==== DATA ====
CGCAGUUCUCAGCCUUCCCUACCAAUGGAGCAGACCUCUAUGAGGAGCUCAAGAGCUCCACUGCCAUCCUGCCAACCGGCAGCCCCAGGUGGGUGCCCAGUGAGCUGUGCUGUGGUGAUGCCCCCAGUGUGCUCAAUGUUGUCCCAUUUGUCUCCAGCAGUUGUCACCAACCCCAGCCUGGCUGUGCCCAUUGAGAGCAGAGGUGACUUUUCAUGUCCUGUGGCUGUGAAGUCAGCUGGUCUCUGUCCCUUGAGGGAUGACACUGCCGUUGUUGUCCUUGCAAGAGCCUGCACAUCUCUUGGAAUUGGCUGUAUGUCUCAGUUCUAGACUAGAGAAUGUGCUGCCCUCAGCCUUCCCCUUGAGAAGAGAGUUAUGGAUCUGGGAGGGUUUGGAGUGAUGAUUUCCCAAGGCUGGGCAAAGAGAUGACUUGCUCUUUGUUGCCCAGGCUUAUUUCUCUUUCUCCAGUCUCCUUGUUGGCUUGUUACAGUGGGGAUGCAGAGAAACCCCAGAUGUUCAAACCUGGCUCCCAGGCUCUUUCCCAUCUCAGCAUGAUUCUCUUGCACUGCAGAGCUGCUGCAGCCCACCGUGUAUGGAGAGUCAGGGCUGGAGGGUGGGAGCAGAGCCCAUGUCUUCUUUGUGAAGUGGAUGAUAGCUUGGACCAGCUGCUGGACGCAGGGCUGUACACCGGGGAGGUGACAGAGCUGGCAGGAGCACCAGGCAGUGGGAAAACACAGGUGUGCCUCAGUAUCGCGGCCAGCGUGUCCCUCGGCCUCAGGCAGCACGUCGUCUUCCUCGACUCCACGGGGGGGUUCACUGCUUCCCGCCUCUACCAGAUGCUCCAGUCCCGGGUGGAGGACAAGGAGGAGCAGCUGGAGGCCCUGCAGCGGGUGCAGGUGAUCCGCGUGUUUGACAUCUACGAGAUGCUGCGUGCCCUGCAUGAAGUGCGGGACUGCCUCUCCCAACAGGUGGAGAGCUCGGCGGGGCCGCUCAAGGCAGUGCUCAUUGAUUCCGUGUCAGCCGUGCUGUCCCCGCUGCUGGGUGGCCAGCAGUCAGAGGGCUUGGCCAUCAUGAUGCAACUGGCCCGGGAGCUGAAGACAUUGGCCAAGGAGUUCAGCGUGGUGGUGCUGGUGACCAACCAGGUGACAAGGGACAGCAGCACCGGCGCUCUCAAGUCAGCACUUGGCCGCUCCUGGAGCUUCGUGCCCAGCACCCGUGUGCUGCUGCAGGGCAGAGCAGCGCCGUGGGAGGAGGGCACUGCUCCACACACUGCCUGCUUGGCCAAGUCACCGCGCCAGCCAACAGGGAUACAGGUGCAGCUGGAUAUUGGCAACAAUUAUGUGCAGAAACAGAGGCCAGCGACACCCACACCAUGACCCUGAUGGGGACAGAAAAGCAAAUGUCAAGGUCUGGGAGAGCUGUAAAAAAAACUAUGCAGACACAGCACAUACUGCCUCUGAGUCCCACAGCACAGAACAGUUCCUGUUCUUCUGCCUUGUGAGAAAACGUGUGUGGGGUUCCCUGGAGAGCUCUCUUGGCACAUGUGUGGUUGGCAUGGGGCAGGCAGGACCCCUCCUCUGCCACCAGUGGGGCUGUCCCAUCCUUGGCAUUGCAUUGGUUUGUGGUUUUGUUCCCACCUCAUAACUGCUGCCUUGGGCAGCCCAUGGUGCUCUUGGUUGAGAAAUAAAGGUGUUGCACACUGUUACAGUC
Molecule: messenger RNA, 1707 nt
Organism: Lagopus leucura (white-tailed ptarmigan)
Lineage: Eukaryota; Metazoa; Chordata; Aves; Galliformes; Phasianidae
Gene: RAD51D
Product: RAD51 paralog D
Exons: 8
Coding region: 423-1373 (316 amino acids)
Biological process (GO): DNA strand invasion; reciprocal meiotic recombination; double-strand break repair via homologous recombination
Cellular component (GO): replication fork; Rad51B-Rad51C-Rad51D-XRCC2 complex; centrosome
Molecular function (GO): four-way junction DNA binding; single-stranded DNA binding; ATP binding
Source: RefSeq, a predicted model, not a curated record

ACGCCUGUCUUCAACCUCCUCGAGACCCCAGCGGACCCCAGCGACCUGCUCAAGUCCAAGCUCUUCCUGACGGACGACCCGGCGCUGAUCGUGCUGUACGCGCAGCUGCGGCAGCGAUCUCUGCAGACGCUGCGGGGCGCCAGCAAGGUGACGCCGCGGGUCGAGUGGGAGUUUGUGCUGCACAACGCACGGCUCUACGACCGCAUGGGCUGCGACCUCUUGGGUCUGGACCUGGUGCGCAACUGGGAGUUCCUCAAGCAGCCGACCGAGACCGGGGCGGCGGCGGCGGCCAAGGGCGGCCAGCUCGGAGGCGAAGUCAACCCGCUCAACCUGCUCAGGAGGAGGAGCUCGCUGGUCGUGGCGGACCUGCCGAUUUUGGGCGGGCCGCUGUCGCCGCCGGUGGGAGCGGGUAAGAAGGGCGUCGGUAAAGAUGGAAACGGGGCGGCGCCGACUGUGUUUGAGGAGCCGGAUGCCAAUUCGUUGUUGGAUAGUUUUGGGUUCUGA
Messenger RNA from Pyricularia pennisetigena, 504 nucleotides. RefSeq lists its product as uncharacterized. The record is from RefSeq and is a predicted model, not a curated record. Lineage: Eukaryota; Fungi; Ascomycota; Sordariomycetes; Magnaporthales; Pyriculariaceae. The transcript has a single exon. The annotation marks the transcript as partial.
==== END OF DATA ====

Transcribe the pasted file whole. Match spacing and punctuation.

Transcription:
CGCAGUUCUCAGCCUUCCCUACCAAUGGAGCAGACCUCUAUGAGGAGCUCAAGAGCUCCACUGCCAUCCUGCCAACCGGCAGCCCCAGGUGGGUGCCCAGUGAGCUGUGCUGUGGUGAUGCCCCCAGUGUGCUCAAUGUUGUCCCAUUUGUCUCCAGCAGUUGUCACCAACCCCAGCCUGGCUGUGCCCAUUGAGAGCAGAGGUGACUUUUCAUGUCCUGUGGCUGUGAAGUCAGCUGGUCUCUGUCCCUUGAGGGAUGACACUGCCGUUGUUGUCCUUGCAAGAGCCUGCACAUCUCUUGGAAUUGGCUGUAUGUCUCAGUUCUAGACUAGAGAAUGUGCUGCCCUCAGCCUUCCCCUUGAGAAGAGAGUUAUGGAUCUGGGAGGGUUUGGAGUGAUGAUUUCCCAAGGCUGGGCAAAGAGAUGACUUGCUCUUUGUUGCCCAGGCUUAUUUCUCUUUCUCCAGUCUCCUUGUUGGCUUGUUACAGUGGGGAUGCAGAGAAACCCCAGAUGUUCAAACCUGGCUCCCAGGCUCUUUCCCAUCUCAGCAUGAUUCUCUUGCACUGCAGAGCUGCUGCAGCCCACCGUGUAUGGAGAGUCAGGGCUGGAGGGUGGGAGCAGAGCCCAUGUCUUCUUUGUGAAGUGGAUGAUAGCUUGGACCAGCUGCUGGACGCAGGGCUGUACACCGGGGAGGUGACAGAGCUGGCAGGAGCACCAGGCAGUGGGAAAACACAGGUGUGCCUCAGUAUCGCGGCCAGCGUGUCCCUCGGCCUCAGGCAGCACGUCGUCUUCCUCGACUCCACGGGGGGGUUCACUGCUUCCCGCCUCUACCAGAUGCUCCAGUCCCGGGUGGAGGACAAGGAGGAGCAGCUGGAGGCCCUGCAGCGGGUGCAGGUGAUCCGCGUGUUUGACAUCUACGAGAUGCUGCGUGCCCUGCAUGAAGUGCGGGACUGCCUCUCCCAACAGGUGGAGAGCUCGGCGGGGCCGCUCAAGGCAGUGCUCAUUGAUUCCGUGUCAGCCGUGCUGUCCCCGCUGCUGGGUGGCCAGCAGUCAGAGGGCUUGGCCAUCAUGAUGCAACUGGCCCGGGAGCUGAAGACAUUGGCCAAGGAGUUCAGCGUGGUGGUGCUGGUGACCAACCAGGUGACAAGGGACAGCAGCACCGGCGCUCUCAAGUCAGCACUUGGCCGCUCCUGGAGCUUCGUGCCCAGCACCCGUGUGCUGCUGCAGGGCAGAGCAGCGCCGUGGGAGGAGGGCACUGCUCCACACACUGCCUGCUUGGCCAAGUCACCGCGCCAGCCAACAGGGAUACAGGUGCAGCUGGAUAUUGGCAACAAUUAUGUGCAGAAACAGAGGCCAGCGACACCCACACCAUGACCCUGAUGGGGACAGAAAAGCAAAUGUCAAGGUCUGGGAGAGCUGUAAAAAAAACUAUGCAGACACAGCACAUACUGCCUCUGAGUCCCACAGCACAGAACAGUUCCUGUUCUUCUGCCUUGUGAGAAAACGUGUGUGGGGUUCCCUGGAGAGCUCUCUUGGCACAUGUGUGGUUGGCAUGGGGCAGGCAGGACCCCUCCUCUGCCACCAGUGGGGCUGUCCCAUCCUUGGCAUUGCAUUGGUUUGUGGUUUUGUUCCCACCUCAUAACUGCUGCCUUGGGCAGCCCAUGGUGCUCUUGGUUGAGAAAUAAAGGUGUUGCACACUGUUACAGUC
Molecule: messenger RNA, 1707 nt
Organism: Lagopus leucura (white-tailed ptarmigan)
Lineage: Eukaryota; Metazoa; Chordata; Aves; Galliformes; Phasianidae
Gene: RAD51D
Product: RAD51 paralog D
Exons: 8
Coding region: 423-1373 (316 amino acids)
Biological process (GO): DNA strand invasion; reciprocal meiotic recombination; double-strand break repair via homologous recombination
Cellular component (GO): replication fork; Rad51B-Rad51C-Rad51D-XRCC2 complex; centrosome
Molecular function (GO): four-way junction DNA binding; single-stranded DNA binding; ATP binding
Source: RefSeq, a predicted model, not a curated record

ACGCCUGUCUUCAACCUCCUCGAGACCCCAGCGGACCCCAGCGACCUGCUCAAGUCCAAGCUCUUCCUGACGGACGACCCGGCGCUGAUCGUGCUGUACGCGCAGCUGCGGCAGCGAUCUCUGCAGACGCUGCGGGGCGCCAGCAAGGUGACGCCGCGGGUCGAGUGGGAGUUUGUGCUGCACAACGCACGGCUCUACGACCGCAUGGGCUGCGACCUCUUGGGUCUGGACCUGGUGCGCAACUGGGAGUUCCUCAAGCAGCCGACCGAGACCGGGGCGGCGGCGGCGGCCAAGGGCGGCCAGCUCGGAGGCGAAGUCAACCCGCUCAACCUGCUCAGGAGGAGGAGCUCGCUGGUCGUGGCGGACCUGCCGAUUUUGGGCGGGCCGCUGUCGCCGCCGGUGGGAGCGGGUAAGAAGGGCGUCGGUAAAGAUGGAAACGGGGCGGCGCCGACUGUGUUUGAGGAGCCGGAUGCCAAUUCGUUGUUGGAUAGUUUUGGGUUCUGA
Messenger RNA from Pyricularia pennisetigena, 504 nucleotides. RefSeq lists its product as uncharacterized. The record is from RefSeq and is a predicted model, not a curated record. Lineage: Eukaryota; Fungi; Ascomycota; Sordariomycetes; Magnaporthales; Pyriculariaceae. The transcript has a single exon. The annotation marks the transcript as partial.